by Charlotte Buchanan
The first time I ever heard of anybody getting a tan on purpose was back in the '40s when I was about 10 years old. There were five of us then, headed up by our beautiful sister, Fran, who was a teenager. We lived about six miles from Cruger, Mississippi. Our mother had a garden and chickens. The chickens required a "henhouse," which had a fine tin roof slanted about six feet off the ground.
Our sister informed us that she had read where one could get a suntan by applying baby oil and stretching out on something white placed on tin. Well, there were always plenty of babies at our house, but no baby oil.
We searched the house and found some cod liver oil in our father's hat box (along with other things which we figured were for medicinal purposes). Fran had on a two piece bathing suit. We smeared that stuff all over her, got an old sheet and proceeded out to the henhouse. My brother and I climbed the mulberry tree by the henhouse and helped Fran onto the tin roof. That cod liver oil was warming up and Fran was slipping and sliding. After several flaps of the sheet, she settled down to get a sun tan.
About this time, we saw a cloud of dust coming down the turn-row back of the house. "Something bad must of happened, Papa's driving way too fast," piped up little brother. (Papa's average speed in the old Ford truck was about 20 miles per hour.)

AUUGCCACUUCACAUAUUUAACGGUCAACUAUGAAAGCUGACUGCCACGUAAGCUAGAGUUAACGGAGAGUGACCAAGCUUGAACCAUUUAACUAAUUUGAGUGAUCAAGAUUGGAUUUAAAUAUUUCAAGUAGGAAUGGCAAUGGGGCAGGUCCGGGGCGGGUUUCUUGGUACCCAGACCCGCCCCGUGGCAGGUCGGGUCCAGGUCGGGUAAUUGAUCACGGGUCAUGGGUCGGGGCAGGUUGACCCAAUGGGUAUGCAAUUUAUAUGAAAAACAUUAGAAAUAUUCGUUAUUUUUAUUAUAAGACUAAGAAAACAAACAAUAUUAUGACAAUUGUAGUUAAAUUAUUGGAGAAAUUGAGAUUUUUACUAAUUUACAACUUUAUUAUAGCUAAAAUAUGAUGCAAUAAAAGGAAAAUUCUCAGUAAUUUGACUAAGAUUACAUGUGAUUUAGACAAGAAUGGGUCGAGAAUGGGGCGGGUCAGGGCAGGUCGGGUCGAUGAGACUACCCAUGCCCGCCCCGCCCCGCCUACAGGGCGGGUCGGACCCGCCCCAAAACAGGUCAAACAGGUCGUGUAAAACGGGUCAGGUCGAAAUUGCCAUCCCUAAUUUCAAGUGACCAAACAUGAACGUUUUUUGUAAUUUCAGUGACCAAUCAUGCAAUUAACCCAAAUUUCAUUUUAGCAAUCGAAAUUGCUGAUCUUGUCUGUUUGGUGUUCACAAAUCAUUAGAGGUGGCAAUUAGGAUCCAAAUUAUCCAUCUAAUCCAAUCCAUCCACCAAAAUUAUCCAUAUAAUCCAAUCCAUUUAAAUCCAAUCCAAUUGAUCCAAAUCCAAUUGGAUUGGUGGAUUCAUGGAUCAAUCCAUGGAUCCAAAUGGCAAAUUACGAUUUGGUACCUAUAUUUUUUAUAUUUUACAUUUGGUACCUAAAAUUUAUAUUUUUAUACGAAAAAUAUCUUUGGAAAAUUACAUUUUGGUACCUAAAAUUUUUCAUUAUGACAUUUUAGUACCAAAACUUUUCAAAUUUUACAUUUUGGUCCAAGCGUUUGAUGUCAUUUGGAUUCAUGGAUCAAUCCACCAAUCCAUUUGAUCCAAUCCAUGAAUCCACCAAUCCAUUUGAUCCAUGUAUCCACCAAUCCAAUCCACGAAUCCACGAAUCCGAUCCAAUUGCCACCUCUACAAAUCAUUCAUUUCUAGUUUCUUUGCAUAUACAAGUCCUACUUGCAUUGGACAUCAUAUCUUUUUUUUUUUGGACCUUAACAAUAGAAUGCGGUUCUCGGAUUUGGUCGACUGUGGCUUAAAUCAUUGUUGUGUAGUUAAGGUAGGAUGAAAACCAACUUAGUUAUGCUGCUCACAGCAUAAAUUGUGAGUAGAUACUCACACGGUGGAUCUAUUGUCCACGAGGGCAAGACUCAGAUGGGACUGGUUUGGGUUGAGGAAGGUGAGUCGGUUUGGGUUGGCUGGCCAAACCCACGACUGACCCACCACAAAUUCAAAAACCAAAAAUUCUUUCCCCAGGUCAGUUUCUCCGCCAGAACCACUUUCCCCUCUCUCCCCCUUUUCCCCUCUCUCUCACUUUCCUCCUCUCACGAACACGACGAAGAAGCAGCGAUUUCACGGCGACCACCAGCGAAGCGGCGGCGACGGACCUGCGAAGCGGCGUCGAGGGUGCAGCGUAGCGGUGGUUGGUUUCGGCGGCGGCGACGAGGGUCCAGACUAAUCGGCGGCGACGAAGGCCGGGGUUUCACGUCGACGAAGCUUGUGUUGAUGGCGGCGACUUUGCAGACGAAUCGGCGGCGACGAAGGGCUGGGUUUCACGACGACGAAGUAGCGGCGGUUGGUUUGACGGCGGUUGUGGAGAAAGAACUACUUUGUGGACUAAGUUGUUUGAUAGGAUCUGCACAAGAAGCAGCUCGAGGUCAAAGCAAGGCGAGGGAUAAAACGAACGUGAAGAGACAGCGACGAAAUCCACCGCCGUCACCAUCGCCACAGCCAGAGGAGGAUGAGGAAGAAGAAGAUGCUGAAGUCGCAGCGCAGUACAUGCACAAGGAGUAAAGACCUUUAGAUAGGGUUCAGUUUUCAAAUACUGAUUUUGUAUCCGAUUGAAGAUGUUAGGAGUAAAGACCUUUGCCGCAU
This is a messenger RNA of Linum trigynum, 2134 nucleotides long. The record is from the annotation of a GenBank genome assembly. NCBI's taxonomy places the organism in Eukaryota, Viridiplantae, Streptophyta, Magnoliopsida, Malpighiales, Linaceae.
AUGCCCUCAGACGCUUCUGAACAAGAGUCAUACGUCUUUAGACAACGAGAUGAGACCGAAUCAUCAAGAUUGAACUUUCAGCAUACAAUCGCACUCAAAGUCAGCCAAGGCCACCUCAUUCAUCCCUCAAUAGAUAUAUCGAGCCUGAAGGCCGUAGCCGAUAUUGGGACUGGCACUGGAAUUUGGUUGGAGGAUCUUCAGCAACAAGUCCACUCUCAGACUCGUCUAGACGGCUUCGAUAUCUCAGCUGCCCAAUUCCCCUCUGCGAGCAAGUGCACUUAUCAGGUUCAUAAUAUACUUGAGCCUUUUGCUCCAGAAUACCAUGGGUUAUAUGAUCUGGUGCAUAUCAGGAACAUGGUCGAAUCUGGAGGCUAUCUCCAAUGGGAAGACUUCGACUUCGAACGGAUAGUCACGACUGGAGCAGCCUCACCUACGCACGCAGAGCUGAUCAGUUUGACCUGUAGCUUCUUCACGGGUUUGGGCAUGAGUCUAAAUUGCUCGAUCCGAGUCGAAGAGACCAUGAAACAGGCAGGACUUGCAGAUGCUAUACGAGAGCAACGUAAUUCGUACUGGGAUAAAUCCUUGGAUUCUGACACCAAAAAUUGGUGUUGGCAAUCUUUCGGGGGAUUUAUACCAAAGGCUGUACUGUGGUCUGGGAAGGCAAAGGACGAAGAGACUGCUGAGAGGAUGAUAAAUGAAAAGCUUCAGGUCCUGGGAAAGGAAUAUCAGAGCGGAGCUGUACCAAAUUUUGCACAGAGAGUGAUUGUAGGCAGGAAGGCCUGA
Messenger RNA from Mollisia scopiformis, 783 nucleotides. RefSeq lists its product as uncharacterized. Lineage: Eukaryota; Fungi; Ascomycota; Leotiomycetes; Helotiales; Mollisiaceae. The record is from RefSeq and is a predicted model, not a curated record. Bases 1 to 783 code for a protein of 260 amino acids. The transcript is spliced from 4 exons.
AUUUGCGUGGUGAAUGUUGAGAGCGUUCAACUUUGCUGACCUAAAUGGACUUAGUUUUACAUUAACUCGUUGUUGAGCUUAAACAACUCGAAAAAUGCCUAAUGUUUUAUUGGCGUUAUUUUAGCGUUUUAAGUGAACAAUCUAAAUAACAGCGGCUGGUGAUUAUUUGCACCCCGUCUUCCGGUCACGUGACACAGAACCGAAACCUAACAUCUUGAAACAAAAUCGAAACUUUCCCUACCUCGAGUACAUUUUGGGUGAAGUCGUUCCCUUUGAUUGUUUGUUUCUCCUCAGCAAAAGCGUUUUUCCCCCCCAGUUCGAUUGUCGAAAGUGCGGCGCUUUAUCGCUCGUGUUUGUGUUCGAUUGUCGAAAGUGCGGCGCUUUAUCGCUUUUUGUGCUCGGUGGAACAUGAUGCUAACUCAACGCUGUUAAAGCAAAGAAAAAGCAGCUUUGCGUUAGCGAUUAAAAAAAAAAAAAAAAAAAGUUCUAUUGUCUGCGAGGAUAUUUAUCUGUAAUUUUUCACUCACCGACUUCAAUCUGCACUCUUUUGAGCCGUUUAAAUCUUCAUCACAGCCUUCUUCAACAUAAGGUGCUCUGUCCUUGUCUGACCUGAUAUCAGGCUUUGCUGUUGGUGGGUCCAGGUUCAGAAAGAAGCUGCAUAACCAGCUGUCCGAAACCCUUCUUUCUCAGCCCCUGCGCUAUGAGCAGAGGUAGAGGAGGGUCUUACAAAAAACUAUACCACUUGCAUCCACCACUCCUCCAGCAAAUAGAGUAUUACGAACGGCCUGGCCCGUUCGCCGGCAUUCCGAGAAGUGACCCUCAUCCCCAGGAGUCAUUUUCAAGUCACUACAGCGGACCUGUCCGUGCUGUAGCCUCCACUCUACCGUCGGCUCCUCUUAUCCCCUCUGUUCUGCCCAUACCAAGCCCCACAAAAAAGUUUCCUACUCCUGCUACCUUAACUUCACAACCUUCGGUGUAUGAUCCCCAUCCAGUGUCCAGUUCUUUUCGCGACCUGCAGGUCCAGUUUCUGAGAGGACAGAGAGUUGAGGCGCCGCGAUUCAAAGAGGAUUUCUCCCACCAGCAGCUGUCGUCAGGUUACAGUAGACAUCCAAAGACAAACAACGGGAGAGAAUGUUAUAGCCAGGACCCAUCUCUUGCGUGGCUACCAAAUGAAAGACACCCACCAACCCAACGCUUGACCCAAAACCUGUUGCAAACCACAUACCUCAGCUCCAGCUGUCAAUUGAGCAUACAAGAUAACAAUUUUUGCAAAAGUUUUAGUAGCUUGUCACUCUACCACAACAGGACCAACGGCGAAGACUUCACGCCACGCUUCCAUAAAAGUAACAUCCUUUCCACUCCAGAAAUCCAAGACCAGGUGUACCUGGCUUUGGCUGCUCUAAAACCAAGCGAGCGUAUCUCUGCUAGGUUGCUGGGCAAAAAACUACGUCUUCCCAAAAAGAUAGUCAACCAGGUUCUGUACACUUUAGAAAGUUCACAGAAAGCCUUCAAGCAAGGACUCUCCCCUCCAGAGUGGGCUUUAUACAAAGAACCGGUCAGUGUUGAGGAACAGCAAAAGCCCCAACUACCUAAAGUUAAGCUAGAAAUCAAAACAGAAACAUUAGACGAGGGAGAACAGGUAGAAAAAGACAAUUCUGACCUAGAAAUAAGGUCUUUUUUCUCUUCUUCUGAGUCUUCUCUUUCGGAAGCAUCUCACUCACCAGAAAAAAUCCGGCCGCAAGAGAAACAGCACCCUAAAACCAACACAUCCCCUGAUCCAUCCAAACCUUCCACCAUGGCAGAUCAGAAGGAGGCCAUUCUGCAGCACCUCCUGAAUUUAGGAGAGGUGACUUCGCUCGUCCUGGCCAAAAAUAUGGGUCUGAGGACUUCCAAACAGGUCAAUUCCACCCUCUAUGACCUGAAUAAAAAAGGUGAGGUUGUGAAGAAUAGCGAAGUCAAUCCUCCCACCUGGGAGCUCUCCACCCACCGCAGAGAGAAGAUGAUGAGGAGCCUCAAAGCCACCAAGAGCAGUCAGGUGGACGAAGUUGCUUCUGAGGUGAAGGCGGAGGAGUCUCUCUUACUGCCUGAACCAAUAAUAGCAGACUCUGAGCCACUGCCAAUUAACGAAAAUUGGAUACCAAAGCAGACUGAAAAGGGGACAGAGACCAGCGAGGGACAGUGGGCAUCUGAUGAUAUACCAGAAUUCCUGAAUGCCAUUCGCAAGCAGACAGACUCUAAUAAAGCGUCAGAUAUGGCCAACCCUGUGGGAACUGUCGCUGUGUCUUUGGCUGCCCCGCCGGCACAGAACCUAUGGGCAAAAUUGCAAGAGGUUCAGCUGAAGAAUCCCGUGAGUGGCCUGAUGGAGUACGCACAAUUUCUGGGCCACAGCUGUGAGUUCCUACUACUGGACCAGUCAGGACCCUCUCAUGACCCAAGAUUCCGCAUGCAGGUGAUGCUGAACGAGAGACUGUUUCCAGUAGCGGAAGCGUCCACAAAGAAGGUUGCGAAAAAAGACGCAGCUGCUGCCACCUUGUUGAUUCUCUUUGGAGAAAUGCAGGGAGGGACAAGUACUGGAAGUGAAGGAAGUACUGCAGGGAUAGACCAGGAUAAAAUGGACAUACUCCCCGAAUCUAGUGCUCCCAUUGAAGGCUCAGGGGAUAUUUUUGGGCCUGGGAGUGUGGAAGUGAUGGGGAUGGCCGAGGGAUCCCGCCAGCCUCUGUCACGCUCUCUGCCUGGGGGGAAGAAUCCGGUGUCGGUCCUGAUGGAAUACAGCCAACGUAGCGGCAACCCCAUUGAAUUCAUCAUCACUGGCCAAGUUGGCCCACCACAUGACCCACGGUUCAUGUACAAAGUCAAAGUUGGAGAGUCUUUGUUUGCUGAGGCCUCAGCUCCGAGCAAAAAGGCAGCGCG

Our mother, who was close to giving birth to still yet another sibling, and Annie, housekeeper, cook, and the redeeming factor in our lives, were picking butter beans.
Annie was indignant. "What is wrong with y'all, drivin' up here like a bat out of Hades?" she queried right back.
"The children were waving a white flag on top of the henhouse, must be something wrong," Papa replied.
Fran's short feet were barely holding on because the roof had really heated up. She was standing there looking like a beauty queen in her bathing suit.
"Frances Mae, why in the name of peace are you on top of the henhouse in your underclothes?" bellowed Papa.
"Papa, this isn't my underwear, it is a Jantzen swim suit," she said as she started to cry.
"I don't care whose it is, I don't want you borrowing clothes; you get that back to that Jan girl right away, you hear me?" he said.
Annie defended us to the end. We were all in awe of Papa except Annie. She put him in his place whenever the need came about. We could tell she had a need.
She eyed my mother's protruding stomach and said, "Don't you think you created enough damage around here. You just get back in that old truck, go back to the field, and mind your own business. You made little Frances cry and Miz Frances is about to," she chastised him.
Papa wanted to retort. He was puffing hard on his pipe of Prince Albert as he always did when he was mad; however, he was no match for our Annie. He turned tail and went back to the field.
After a week or so, Fran sported a gorgeous tan. She is past 80 now, but still sports a tan every summer. Odd thing is, she doesn't even have a henhouse.
Charlotte Buchanan is a well-known Mississippi Delta writer. She pens fascinating features for the Indianola Enterprise-Tocsin and other regional publications, including Delta Magazine and The Delta Business Journal.
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